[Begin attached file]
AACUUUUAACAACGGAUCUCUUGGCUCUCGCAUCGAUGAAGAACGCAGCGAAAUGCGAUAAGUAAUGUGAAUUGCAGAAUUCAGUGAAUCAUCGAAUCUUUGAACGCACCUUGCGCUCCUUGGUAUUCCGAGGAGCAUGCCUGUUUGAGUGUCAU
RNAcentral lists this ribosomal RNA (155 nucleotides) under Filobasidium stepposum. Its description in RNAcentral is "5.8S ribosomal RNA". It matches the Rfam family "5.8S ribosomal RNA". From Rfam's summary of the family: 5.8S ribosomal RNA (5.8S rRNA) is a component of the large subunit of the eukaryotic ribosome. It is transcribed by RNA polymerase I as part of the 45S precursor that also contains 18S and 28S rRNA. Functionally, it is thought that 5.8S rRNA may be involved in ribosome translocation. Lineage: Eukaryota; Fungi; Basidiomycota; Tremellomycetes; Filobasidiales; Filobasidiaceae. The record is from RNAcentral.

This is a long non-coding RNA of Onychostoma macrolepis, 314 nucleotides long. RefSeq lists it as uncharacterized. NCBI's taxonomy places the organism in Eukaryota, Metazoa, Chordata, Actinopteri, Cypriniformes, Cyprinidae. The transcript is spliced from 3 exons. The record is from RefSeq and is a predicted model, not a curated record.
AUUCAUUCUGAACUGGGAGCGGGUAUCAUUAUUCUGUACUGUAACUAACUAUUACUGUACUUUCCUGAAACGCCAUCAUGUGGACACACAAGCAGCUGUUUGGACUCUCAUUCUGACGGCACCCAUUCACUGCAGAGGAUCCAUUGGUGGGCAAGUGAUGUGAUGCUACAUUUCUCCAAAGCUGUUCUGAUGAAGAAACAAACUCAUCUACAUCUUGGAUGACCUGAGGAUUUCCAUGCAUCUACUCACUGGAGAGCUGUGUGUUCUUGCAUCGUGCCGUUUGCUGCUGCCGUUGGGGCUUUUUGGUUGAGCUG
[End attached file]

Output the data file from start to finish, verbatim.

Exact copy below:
AACUUUUAACAACGGAUCUCUUGGCUCUCGCAUCGAUGAAGAACGCAGCGAAAUGCGAUAAGUAAUGUGAAUUGCAGAAUUCAGUGAAUCAUCGAAUCUUUGAACGCACCUUGCGCUCCUUGGUAUUCCGAGGAGCAUGCCUGUUUGAGUGUCAU
RNAcentral lists this ribosomal RNA (155 nucleotides) under Filobasidium stepposum. Its description in RNAcentral is "5.8S ribosomal RNA". It matches the Rfam family "5.8S ribosomal RNA". From Rfam's summary of the family: 5.8S ribosomal RNA (5.8S rRNA) is a component of the large subunit of the eukaryotic ribosome. It is transcribed by RNA polymerase I as part of the 45S precursor that also contains 18S and 28S rRNA. Functionally, it is thought that 5.8S rRNA may be involved in ribosome translocation. Lineage: Eukaryota; Fungi; Basidiomycota; Tremellomycetes; Filobasidiales; Filobasidiaceae. The record is from RNAcentral.

This is a long non-coding RNA of Onychostoma macrolepis, 314 nucleotides long. RefSeq lists it as uncharacterized. NCBI's taxonomy places the organism in Eukaryota, Metazoa, Chordata, Actinopteri, Cypriniformes, Cyprinidae. The transcript is spliced from 3 exons. The record is from RefSeq and is a predicted model, not a curated record.
AUUCAUUCUGAACUGGGAGCGGGUAUCAUUAUUCUGUACUGUAACUAACUAUUACUGUACUUUCCUGAAACGCCAUCAUGUGGACACACAAGCAGCUGUUUGGACUCUCAUUCUGACGGCACCCAUUCACUGCAGAGGAUCCAUUGGUGGGCAAGUGAUGUGAUGCUACAUUUCUCCAAAGCUGUUCUGAUGAAGAAACAAACUCAUCUACAUCUUGGAUGACCUGAGGAUUUCCAUGCAUCUACUCACUGGAGAGCUGUGUGUUCUUGCAUCGUGCCGUUUGCUGCUGCCGUUGGGGCUUUUUGGUUGAGCUG